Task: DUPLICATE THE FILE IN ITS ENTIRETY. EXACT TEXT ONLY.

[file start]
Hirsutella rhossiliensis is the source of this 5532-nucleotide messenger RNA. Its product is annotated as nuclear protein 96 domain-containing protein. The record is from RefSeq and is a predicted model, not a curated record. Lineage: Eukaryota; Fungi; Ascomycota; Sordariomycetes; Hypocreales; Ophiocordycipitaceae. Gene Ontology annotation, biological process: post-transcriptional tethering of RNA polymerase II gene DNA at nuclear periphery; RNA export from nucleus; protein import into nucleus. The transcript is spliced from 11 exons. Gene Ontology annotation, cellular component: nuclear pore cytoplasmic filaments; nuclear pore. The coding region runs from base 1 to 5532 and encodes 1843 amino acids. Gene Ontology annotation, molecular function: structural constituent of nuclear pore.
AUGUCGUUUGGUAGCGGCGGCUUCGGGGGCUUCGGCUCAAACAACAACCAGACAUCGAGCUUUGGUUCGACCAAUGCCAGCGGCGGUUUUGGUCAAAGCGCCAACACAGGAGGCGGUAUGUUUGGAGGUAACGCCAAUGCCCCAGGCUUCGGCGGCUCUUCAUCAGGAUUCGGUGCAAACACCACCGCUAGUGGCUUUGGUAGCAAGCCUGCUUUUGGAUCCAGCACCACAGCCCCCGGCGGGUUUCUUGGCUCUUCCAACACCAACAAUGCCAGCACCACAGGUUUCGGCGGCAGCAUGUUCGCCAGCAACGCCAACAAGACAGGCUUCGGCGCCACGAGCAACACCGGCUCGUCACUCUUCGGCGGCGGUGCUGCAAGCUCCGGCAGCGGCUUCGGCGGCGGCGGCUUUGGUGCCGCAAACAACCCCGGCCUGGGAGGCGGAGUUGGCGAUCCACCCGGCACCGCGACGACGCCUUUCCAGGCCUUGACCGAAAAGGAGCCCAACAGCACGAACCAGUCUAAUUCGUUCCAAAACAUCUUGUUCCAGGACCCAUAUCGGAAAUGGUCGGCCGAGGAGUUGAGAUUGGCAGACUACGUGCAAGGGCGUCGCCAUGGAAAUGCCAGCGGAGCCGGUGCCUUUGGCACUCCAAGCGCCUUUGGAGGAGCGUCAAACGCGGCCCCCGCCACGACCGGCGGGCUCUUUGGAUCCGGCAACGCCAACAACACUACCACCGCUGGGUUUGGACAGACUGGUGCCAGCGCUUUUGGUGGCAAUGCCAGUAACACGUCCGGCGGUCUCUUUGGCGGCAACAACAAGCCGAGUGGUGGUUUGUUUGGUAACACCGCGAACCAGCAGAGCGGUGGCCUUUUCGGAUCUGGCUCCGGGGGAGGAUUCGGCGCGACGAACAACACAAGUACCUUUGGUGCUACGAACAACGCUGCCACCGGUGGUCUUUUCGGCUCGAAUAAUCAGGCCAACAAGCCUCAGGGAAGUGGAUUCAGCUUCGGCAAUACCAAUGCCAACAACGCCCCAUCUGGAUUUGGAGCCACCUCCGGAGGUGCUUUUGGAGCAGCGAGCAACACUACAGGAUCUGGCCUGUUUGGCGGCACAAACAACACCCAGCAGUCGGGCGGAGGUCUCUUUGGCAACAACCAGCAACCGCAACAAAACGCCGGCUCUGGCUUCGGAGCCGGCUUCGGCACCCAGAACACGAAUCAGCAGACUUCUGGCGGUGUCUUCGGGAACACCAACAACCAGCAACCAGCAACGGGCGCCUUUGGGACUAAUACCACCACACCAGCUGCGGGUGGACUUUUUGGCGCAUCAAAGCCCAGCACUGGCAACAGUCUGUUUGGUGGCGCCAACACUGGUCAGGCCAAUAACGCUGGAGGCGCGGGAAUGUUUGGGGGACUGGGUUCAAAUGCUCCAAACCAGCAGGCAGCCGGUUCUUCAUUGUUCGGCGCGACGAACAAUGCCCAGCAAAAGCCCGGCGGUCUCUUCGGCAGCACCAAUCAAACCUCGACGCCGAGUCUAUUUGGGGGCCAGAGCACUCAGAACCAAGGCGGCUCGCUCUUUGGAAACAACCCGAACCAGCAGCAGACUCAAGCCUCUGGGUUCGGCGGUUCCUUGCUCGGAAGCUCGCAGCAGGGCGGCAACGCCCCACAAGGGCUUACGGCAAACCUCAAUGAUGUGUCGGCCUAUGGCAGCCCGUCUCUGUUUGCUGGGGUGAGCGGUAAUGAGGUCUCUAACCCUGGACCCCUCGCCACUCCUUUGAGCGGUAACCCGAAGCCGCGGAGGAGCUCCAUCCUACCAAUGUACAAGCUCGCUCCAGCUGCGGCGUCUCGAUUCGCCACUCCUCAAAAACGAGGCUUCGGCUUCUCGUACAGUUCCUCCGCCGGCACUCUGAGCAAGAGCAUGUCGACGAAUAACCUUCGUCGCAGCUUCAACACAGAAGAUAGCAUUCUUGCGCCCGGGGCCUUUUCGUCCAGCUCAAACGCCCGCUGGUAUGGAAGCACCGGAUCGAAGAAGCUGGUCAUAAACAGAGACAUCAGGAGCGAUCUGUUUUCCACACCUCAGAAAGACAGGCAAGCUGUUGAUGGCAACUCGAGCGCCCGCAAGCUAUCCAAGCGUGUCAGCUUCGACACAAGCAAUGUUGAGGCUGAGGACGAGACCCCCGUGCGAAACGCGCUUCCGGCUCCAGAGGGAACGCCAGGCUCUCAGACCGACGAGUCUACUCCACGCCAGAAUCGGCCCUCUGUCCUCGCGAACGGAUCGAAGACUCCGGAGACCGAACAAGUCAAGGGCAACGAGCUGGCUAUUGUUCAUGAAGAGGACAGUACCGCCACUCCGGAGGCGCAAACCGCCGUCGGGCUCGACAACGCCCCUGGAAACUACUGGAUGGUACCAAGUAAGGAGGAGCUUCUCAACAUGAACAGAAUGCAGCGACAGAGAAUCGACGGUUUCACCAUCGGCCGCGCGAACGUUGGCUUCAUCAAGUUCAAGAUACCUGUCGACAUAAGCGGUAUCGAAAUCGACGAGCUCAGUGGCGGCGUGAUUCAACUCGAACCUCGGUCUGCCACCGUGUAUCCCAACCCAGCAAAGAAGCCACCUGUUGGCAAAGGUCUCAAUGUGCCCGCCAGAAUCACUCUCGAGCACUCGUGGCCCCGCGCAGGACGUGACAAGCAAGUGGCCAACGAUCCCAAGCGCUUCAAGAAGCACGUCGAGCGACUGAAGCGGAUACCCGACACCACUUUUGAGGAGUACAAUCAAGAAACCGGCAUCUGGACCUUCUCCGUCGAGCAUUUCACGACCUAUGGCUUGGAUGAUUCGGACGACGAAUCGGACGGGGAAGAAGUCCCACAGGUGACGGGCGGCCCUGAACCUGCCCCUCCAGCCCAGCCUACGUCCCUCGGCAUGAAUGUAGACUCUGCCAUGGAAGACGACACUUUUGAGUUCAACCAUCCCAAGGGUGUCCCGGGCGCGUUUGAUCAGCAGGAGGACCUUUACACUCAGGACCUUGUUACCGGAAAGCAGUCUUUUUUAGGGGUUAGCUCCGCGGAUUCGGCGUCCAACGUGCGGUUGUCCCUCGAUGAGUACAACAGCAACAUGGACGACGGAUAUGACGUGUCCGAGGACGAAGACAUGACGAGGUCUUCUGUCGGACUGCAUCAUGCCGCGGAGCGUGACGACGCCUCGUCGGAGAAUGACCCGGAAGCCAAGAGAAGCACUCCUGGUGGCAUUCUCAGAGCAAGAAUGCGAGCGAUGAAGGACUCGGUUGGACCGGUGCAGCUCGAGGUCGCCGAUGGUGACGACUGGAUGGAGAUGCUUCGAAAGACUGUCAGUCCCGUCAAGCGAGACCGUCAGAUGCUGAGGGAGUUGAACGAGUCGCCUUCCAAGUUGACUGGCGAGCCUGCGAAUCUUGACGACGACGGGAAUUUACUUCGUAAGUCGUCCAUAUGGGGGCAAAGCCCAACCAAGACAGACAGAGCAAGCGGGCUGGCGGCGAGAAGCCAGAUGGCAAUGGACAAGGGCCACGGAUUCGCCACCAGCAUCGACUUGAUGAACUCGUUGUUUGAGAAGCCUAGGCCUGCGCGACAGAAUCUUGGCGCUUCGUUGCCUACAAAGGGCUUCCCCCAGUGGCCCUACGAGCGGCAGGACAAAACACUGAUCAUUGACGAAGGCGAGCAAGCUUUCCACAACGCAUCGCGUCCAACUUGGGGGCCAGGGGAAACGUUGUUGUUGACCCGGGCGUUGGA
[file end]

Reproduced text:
Hirsutella rhossiliensis is the source of this 5532-nucleotide messenger RNA. Its product is annotated as nuclear protein 96 domain-containing protein. The record is from RefSeq and is a predicted model, not a curated record. Lineage: Eukaryota; Fungi; Ascomycota; Sordariomycetes; Hypocreales; Ophiocordycipitaceae. Gene Ontology annotation, biological process: post-transcriptional tethering of RNA polymerase II gene DNA at nuclear periphery; RNA export from nucleus; protein import into nucleus. The transcript is spliced from 11 exons. Gene Ontology annotation, cellular component: nuclear pore cytoplasmic filaments; nuclear pore. The coding region runs from base 1 to 5532 and encodes 1843 amino acids. Gene Ontology annotation, molecular function: structural constituent of nuclear pore.
AUGUCGUUUGGUAGCGGCGGCUUCGGGGGCUUCGGCUCAAACAACAACCAGACAUCGAGCUUUGGUUCGACCAAUGCCAGCGGCGGUUUUGGUCAAAGCGCCAACACAGGAGGCGGUAUGUUUGGAGGUAACGCCAAUGCCCCAGGCUUCGGCGGCUCUUCAUCAGGAUUCGGUGCAAACACCACCGCUAGUGGCUUUGGUAGCAAGCCUGCUUUUGGAUCCAGCACCACAGCCCCCGGCGGGUUUCUUGGCUCUUCCAACACCAACAAUGCCAGCACCACAGGUUUCGGCGGCAGCAUGUUCGCCAGCAACGCCAACAAGACAGGCUUCGGCGCCACGAGCAACACCGGCUCGUCACUCUUCGGCGGCGGUGCUGCAAGCUCCGGCAGCGGCUUCGGCGGCGGCGGCUUUGGUGCCGCAAACAACCCCGGCCUGGGAGGCGGAGUUGGCGAUCCACCCGGCACCGCGACGACGCCUUUCCAGGCCUUGACCGAAAAGGAGCCCAACAGCACGAACCAGUCUAAUUCGUUCCAAAACAUCUUGUUCCAGGACCCAUAUCGGAAAUGGUCGGCCGAGGAGUUGAGAUUGGCAGACUACGUGCAAGGGCGUCGCCAUGGAAAUGCCAGCGGAGCCGGUGCCUUUGGCACUCCAAGCGCCUUUGGAGGAGCGUCAAACGCGGCCCCCGCCACGACCGGCGGGCUCUUUGGAUCCGGCAACGCCAACAACACUACCACCGCUGGGUUUGGACAGACUGGUGCCAGCGCUUUUGGUGGCAAUGCCAGUAACACGUCCGGCGGUCUCUUUGGCGGCAACAACAAGCCGAGUGGUGGUUUGUUUGGUAACACCGCGAACCAGCAGAGCGGUGGCCUUUUCGGAUCUGGCUCCGGGGGAGGAUUCGGCGCGACGAACAACACAAGUACCUUUGGUGCUACGAACAACGCUGCCACCGGUGGUCUUUUCGGCUCGAAUAAUCAGGCCAACAAGCCUCAGGGAAGUGGAUUCAGCUUCGGCAAUACCAAUGCCAACAACGCCCCAUCUGGAUUUGGAGCCACCUCCGGAGGUGCUUUUGGAGCAGCGAGCAACACUACAGGAUCUGGCCUGUUUGGCGGCACAAACAACACCCAGCAGUCGGGCGGAGGUCUCUUUGGCAACAACCAGCAACCGCAACAAAACGCCGGCUCUGGCUUCGGAGCCGGCUUCGGCACCCAGAACACGAAUCAGCAGACUUCUGGCGGUGUCUUCGGGAACACCAACAACCAGCAACCAGCAACGGGCGCCUUUGGGACUAAUACCACCACACCAGCUGCGGGUGGACUUUUUGGCGCAUCAAAGCCCAGCACUGGCAACAGUCUGUUUGGUGGCGCCAACACUGGUCAGGCCAAUAACGCUGGAGGCGCGGGAAUGUUUGGGGGACUGGGUUCAAAUGCUCCAAACCAGCAGGCAGCCGGUUCUUCAUUGUUCGGCGCGACGAACAAUGCCCAGCAAAAGCCCGGCGGUCUCUUCGGCAGCACCAAUCAAACCUCGACGCCGAGUCUAUUUGGGGGCCAGAGCACUCAGAACCAAGGCGGCUCGCUCUUUGGAAACAACCCGAACCAGCAGCAGACUCAAGCCUCUGGGUUCGGCGGUUCCUUGCUCGGAAGCUCGCAGCAGGGCGGCAACGCCCCACAAGGGCUUACGGCAAACCUCAAUGAUGUGUCGGCCUAUGGCAGCCCGUCUCUGUUUGCUGGGGUGAGCGGUAAUGAGGUCUCUAACCCUGGACCCCUCGCCACUCCUUUGAGCGGUAACCCGAAGCCGCGGAGGAGCUCCAUCCUACCAAUGUACAAGCUCGCUCCAGCUGCGGCGUCUCGAUUCGCCACUCCUCAAAAACGAGGCUUCGGCUUCUCGUACAGUUCCUCCGCCGGCACUCUGAGCAAGAGCAUGUCGACGAAUAACCUUCGUCGCAGCUUCAACACAGAAGAUAGCAUUCUUGCGCCCGGGGCCUUUUCGUCCAGCUCAAACGCCCGCUGGUAUGGAAGCACCGGAUCGAAGAAGCUGGUCAUAAACAGAGACAUCAGGAGCGAUCUGUUUUCCACACCUCAGAAAGACAGGCAAGCUGUUGAUGGCAACUCGAGCGCCCGCAAGCUAUCCAAGCGUGUCAGCUUCGACACAAGCAAUGUUGAGGCUGAGGACGAGACCCCCGUGCGAAACGCGCUUCCGGCUCCAGAGGGAACGCCAGGCUCUCAGACCGACGAGUCUACUCCACGCCAGAAUCGGCCCUCUGUCCUCGCGAACGGAUCGAAGACUCCGGAGACCGAACAAGUCAAGGGCAACGAGCUGGCUAUUGUUCAUGAAGAGGACAGUACCGCCACUCCGGAGGCGCAAACCGCCGUCGGGCUCGACAACGCCCCUGGAAACUACUGGAUGGUACCAAGUAAGGAGGAGCUUCUCAACAUGAACAGAAUGCAGCGACAGAGAAUCGACGGUUUCACCAUCGGCCGCGCGAACGUUGGCUUCAUCAAGUUCAAGAUACCUGUCGACAUAAGCGGUAUCGAAAUCGACGAGCUCAGUGGCGGCGUGAUUCAACUCGAACCUCGGUCUGCCACCGUGUAUCCCAACCCAGCAAAGAAGCCACCUGUUGGCAAAGGUCUCAAUGUGCCCGCCAGAAUCACUCUCGAGCACUCGUGGCCCCGCGCAGGACGUGACAAGCAAGUGGCCAACGAUCCCAAGCGCUUCAAGAAGCACGUCGAGCGACUGAAGCGGAUACCCGACACCACUUUUGAGGAGUACAAUCAAGAAACCGGCAUCUGGACCUUCUCCGUCGAGCAUUUCACGACCUAUGGCUUGGAUGAUUCGGACGACGAAUCGGACGGGGAAGAAGUCCCACAGGUGACGGGCGGCCCUGAACCUGCCCCUCCAGCCCAGCCUACGUCCCUCGGCAUGAAUGUAGACUCUGCCAUGGAAGACGACACUUUUGAGUUCAACCAUCCCAAGGGUGUCCCGGGCGCGUUUGAUCAGCAGGAGGACCUUUACACUCAGGACCUUGUUACCGGAAAGCAGUCUUUUUUAGGGGUUAGCUCCGCGGAUUCGGCGUCCAACGUGCGGUUGUCCCUCGAUGAGUACAACAGCAACAUGGACGACGGAUAUGACGUGUCCGAGGACGAAGACAUGACGAGGUCUUCUGUCGGACUGCAUCAUGCCGCGGAGCGUGACGACGCCUCGUCGGAGAAUGACCCGGAAGCCAAGAGAAGCACUCCUGGUGGCAUUCUCAGAGCAAGAAUGCGAGCGAUGAAGGACUCGGUUGGACCGGUGCAGCUCGAGGUCGCCGAUGGUGACGACUGGAUGGAGAUGCUUCGAAAGACUGUCAGUCCCGUCAAGCGAGACCGUCAGAUGCUGAGGGAGUUGAACGAGUCGCCUUCCAAGUUGACUGGCGAGCCUGCGAAUCUUGACGACGACGGGAAUUUACUUCGUAAGUCGUCCAUAUGGGGGCAAAGCCCAACCAAGACAGACAGAGCAAGCGGGCUGGCGGCGAGAAGCCAGAUGGCAAUGGACAAGGGCCACGGAUUCGCCACCAGCAUCGACUUGAUGAACUCGUUGUUUGAGAAGCCUAGGCCUGCGCGACAGAAUCUUGGCGCUUCGUUGCCUACAAAGGGCUUCCCCCAGUGGCCCUACGAGCGGCAGGACAAAACACUGAUCAUUGACGAAGGCGAGCAAGCUUUCCACAACGCAUCGCGUCCAACUUGGGGGCCAGGGGAAACGUUGUUGUUGACCCGGGCGUUGGA